Within this MLRA lie the Wichita and Arbuckle Mountains. The Wichita Mountains rise about 150 to 400 m above the surrounding plains and are composed of Precambrian and Cambrian igneous rocks (Thornbury, 1965). Soils in these mountains are generally stony and many are shallow to rock. Great groups include Argiustolls and Haplustolls. The Arbuckle Mountains are generally lower than the Wichita Mountains and are composed of a core of Precambrian granite surrounded by Cambrian to Pennsylvanian limestone and shale (Thornbury, 1965). Soils are commonly shallow to rock and include Haplustalfs and Haplustolls.

Great Plains

Southern High Plains (MLRA 77)
This region is composed of Tertiary outwash deposited as a series of coalescing alluvial fans from the Rocky Mountains. The region is flat to slightly undulating with steep breaks to river valleys. The materials comprising the Southern High Plains at one time extended further to the east and south, but the Red, Brazos, and Colorado Rivers have eroded the materials and formed an abrupt scarp on the eastern edge of the region. The material forming the scarp and underlying the MLRA is a thick consolidated pedogenically-formed petrocalcic horizon or caliche locally known as the "Caprock" (Thornbury, 1965).

Covering a large portion of the Southern High Plains are Pleistocene eolian sands deposited from the southwest which server as the parent material for most soils in the MLRA. Only in the southwest portion of the region is a dunal topography present, and thus, the eolian sand capping is generally referred to as "cover sands" (Daniels et al., 1973).

A distinctive feature of the region is numerous shallow closed depressions or playas. Larger playas contain water most of the time, but smaller ones are only filled with water after heavy rains. The origin of the playas is unclear, but wind deflation appears to be a contributing mechanism as dunes are commonly present on the east sides of the depressions (Daniels et al., 1973).

Soils on the broad interfluves in this MLRA are well drained and include Paleustolls, Paleustalfs, Haplustalfs, and Calciustolls. In playas, soils are often poorly drained and clayey. They include Epiaquerts and Haplusterts with Haplustolls and Calciustepts occurring on the rim of the playa. Soils on steep breaks into stream valleys are commonly shallow and include Haplocalcids and Torriorthents.

Edwards Plateau (MLRA 81)
This region is an extensive tableland capped by resistant level-bedded Cretaceous limestone. Valleys are broad and partially filled with local alluvium. Mesa tops are nearly level, and valleys are gently undulating to rolling. Mesa sideslopes have a characteristic benched topography with varying soil depth due to differential consolidation of limestone strata out-cropping on the sideslopes. Soils on mesa tops are generally shallow to limestone, often stony, and include Calciustolls, Argiustolls, Haplustolls, and Haplustepts. In the western part of the region, rainfall is low, and soils on mesas are Aridisols (Haplocambids and Petrocalcids). Soils in valleys are deeper and are commonly Haplusterts, Haplustolls, or Calciustolls.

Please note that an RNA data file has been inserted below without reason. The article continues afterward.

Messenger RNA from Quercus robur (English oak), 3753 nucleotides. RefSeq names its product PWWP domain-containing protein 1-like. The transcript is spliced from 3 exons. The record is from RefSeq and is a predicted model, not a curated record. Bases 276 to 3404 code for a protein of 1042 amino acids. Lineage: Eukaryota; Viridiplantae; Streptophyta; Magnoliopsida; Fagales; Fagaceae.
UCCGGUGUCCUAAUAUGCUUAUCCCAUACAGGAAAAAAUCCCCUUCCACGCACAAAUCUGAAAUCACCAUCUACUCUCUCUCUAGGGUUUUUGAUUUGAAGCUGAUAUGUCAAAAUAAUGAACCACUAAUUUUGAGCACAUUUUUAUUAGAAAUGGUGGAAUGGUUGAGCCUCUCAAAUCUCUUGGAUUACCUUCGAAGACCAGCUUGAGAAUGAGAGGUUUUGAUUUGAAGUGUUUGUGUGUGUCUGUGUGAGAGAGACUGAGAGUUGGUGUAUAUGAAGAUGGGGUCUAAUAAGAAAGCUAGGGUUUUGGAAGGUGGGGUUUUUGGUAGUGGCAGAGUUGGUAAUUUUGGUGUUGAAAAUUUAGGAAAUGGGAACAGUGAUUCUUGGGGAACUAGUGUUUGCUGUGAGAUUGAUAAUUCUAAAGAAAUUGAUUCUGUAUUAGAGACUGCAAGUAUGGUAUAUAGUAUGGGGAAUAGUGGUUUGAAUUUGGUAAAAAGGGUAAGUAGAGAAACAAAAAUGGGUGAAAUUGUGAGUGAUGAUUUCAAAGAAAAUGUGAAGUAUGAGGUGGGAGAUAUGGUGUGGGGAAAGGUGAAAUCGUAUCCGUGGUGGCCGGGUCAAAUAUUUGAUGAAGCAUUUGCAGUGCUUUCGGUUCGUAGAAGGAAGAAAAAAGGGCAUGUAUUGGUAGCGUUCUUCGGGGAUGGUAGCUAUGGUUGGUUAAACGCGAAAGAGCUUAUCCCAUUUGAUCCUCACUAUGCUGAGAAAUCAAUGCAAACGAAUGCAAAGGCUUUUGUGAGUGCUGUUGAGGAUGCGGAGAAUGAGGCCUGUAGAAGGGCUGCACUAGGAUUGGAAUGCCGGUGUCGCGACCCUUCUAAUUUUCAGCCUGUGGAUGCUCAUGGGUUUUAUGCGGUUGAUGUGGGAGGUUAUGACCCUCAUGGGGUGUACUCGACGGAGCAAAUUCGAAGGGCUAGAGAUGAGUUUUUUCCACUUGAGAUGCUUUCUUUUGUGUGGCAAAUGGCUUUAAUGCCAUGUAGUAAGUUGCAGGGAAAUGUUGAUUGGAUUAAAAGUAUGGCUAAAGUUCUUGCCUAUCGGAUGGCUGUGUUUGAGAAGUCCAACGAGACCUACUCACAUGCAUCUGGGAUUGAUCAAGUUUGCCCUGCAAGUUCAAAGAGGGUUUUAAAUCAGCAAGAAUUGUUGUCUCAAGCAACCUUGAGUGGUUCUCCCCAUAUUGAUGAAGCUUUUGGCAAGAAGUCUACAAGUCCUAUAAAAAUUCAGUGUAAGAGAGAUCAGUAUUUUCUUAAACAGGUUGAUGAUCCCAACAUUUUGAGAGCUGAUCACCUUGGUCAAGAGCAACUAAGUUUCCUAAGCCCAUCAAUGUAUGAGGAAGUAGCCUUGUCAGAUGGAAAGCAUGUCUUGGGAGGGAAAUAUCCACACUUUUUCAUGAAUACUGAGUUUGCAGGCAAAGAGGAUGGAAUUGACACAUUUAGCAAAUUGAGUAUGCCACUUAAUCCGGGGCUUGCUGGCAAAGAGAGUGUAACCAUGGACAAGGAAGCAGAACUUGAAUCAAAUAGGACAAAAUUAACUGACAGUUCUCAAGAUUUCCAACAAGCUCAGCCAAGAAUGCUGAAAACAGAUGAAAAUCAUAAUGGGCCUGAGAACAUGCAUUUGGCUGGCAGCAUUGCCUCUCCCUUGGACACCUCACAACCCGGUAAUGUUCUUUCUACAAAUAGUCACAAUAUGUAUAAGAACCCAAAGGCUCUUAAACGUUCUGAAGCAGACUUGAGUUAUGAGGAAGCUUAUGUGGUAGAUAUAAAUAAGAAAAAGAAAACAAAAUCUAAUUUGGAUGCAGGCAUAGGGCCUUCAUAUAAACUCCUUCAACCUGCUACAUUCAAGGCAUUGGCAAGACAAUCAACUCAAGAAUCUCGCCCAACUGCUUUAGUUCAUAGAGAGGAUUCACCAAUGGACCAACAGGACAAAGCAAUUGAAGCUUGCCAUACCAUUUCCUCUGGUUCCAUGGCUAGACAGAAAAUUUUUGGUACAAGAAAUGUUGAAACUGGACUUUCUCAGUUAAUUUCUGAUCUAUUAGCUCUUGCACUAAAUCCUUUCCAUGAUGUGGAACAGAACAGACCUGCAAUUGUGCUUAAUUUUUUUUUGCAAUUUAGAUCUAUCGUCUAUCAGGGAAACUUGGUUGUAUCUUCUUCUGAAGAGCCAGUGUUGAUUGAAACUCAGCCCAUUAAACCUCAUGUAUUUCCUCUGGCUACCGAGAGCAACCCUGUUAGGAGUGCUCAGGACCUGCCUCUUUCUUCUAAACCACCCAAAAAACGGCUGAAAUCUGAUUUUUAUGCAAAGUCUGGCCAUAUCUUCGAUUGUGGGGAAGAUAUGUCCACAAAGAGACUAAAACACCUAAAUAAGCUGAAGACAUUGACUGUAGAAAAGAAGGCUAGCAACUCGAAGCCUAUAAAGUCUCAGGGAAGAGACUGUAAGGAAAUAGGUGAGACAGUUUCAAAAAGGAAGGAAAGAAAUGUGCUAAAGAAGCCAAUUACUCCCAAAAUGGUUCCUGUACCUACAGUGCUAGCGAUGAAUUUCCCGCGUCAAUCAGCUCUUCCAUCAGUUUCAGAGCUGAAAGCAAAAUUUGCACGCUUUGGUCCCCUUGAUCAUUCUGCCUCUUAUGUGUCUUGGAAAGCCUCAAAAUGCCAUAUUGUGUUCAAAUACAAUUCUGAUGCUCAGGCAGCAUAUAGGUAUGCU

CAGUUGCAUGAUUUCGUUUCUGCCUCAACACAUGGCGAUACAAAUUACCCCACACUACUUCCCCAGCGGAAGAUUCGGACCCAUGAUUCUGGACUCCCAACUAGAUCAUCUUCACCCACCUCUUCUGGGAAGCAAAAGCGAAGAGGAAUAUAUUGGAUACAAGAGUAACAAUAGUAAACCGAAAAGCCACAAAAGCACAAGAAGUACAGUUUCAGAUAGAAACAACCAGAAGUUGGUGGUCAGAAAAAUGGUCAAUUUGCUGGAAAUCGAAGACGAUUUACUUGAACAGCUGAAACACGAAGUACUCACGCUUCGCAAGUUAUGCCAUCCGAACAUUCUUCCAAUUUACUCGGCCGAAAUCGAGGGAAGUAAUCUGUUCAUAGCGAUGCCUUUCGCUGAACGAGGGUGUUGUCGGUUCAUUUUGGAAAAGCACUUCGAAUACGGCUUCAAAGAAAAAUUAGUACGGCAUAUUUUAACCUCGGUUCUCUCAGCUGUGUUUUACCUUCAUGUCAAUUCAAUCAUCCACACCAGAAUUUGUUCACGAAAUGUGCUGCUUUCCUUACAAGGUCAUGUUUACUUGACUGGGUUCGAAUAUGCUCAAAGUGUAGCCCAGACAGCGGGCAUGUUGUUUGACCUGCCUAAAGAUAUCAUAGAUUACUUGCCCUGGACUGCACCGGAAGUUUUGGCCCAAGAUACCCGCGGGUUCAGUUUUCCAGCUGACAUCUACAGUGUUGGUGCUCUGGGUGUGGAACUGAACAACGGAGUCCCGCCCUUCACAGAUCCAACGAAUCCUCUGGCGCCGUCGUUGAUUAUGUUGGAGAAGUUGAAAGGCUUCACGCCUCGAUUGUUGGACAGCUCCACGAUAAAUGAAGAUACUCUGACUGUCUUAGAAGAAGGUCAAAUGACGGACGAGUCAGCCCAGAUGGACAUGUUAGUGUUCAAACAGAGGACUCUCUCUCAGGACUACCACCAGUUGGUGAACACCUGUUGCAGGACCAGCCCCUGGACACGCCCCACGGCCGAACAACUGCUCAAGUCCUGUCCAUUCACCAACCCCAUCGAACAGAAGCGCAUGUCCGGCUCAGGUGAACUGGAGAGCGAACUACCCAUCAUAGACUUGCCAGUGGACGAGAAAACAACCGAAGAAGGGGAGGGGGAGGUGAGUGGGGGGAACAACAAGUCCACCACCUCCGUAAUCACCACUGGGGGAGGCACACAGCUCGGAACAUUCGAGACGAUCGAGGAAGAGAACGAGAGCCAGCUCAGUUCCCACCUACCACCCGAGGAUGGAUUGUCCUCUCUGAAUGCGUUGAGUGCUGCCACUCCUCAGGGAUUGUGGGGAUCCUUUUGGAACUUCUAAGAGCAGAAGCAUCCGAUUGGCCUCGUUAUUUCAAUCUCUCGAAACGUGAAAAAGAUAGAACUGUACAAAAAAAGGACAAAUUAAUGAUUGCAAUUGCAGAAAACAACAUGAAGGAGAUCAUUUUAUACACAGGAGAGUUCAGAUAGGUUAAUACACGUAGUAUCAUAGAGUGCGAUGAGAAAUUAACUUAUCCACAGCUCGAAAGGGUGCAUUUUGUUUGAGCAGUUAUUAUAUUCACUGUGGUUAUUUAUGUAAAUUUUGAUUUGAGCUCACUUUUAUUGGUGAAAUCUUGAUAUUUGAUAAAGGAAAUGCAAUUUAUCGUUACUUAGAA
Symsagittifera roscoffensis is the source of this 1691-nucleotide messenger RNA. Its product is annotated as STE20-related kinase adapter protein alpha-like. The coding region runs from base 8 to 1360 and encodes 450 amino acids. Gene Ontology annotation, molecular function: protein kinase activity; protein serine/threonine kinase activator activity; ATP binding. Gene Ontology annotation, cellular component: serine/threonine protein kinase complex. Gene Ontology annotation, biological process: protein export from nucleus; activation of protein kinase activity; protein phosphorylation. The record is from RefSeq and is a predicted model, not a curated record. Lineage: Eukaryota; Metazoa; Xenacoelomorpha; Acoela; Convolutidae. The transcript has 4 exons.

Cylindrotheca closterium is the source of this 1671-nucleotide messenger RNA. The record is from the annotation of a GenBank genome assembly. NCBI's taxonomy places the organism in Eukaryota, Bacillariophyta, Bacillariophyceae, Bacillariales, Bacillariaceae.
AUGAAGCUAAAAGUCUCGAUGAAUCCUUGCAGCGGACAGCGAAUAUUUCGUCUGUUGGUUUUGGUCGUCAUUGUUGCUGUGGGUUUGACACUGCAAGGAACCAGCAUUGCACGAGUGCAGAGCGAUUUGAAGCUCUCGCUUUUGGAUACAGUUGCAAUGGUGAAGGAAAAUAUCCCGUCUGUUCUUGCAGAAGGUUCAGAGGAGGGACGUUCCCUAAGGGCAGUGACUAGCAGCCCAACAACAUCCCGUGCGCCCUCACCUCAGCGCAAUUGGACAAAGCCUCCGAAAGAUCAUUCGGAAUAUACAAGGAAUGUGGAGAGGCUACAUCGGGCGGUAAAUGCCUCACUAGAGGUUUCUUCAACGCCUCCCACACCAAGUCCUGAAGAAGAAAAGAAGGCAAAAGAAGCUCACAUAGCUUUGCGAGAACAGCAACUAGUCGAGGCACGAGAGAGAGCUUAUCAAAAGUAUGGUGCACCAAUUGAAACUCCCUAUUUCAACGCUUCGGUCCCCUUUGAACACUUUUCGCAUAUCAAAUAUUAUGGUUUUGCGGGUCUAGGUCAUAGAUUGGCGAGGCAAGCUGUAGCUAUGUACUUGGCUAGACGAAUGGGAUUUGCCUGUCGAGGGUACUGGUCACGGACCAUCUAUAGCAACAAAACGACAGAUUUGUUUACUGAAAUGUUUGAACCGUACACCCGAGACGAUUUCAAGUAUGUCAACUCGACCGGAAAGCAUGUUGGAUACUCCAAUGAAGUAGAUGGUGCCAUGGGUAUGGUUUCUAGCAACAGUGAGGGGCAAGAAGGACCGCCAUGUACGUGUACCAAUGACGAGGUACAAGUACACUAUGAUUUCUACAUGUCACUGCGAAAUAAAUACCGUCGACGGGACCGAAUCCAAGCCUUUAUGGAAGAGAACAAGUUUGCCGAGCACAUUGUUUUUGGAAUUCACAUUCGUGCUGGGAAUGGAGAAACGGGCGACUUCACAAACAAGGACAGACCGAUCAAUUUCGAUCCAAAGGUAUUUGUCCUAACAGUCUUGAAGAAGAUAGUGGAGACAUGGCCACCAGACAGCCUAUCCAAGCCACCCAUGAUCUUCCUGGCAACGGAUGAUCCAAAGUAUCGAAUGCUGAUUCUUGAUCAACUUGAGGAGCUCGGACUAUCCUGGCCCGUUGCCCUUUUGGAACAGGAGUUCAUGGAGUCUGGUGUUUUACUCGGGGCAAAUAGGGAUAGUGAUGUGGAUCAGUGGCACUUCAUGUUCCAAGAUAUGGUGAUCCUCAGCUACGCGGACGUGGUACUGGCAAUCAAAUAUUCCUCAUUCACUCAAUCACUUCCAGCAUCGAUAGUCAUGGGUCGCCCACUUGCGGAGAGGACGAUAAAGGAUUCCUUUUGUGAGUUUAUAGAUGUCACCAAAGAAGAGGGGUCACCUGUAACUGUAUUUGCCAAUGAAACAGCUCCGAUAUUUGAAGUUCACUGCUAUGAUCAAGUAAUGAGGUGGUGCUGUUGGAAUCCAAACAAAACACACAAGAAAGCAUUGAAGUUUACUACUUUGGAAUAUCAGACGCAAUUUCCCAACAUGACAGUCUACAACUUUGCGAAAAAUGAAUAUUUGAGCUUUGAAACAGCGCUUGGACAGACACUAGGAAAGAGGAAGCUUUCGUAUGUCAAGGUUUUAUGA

Central Texas Basin (MLRA 82)
This area was formed as a dome of intruded igneous rock that, because overlying sediments have been eroded away, is now a topographic low area. The central part of the region is composed of Precambrian granite and schist that is circled by a ring of Cambrian sandstone (Thornbury, 1965). Most of the area is gently rolling, but steeper slopes occur. Soils are commonly Paleustalfs, Haplustalfs, and Haplustepts.

The diversity of soils in the Southern Region is great with nine of the 12 soil orders found in the region. This diversity, however, only reflects the diversity in the five factors that control formation and properties of the soil at any point on the landscape. Climate ranges from warm humid in Florida to cool semi-arid in the Texas High Plains. Local relief ranges from more than 300 m in the Blue Ridge Mountains to less than 1 m in the Texas High Plains and in coastal areas. Both forest and grassland native vegetation occurs in the region with considerable variation in species within each. Soil parent materials cover the full range from peat to thick eolian sands to strongly consolidated rocks with corresponding differences in texture and composition. Age of soils ranges from very young along active floodplains to very old in the Piedmont and other geomorphically stable parts of the region.

Soils vary across a large region such as the South, but they also vary at the local scale. This local variability is a function of the same factors that created the regional variability, and this variability can be understood if the environment under which the soil developed can be understood. Only with this understanding can we hope to preserve the non-renewable soil resource for future generations.

Literature Cited
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Daniels, R.B., B.L. Allen, H.H. Bailey, and F.H. Bienroth. 1973. Physiography. pp. 3-16 In: S.W. Buol (ed.) Soils of the Southern States and Puerto Rico. Southern Cooperative Series Bull. 174. North Carolina State University, Raleigh.

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Pavich, M.J. 1985. Appalachian Piedmont morphogenesis: Weathering, Erosion, and Cenozic uplift. pp. 299-319. In: M. Morisawa and J.T. Hack (eds.) Tetonic geomorphology. Proc. 15th Annual Binghamton Geomorphology Symp., Boston.

Pavich. M.J. 1986. Processes and rates of saprolite production and erosion on a foliated granitic rock of the Virginia Piedmont. pp. 551-590 In: S.M. Coleman and D.P. Dethier (eds) Rates of chemical weathering of rocks and minerals. Academic Press, New York.

Rutledge, E.M., L.T. West, and M. Omakupt. 1985. Loess deposits on a Pleistocene age terrace in eastern Arkansas. Soil Sci. Soc. Am. J. 49:1231-1238.

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Schoeneberger, P. 1996. Soils, geomorphology, and landuse in the southeastern United States. pp. 58-82. In: S. Fox and R.A. Mickler (eds.) Impact of air pollutants on southern pine forests. Ecological Studies 118. Springer-Verlag, New York.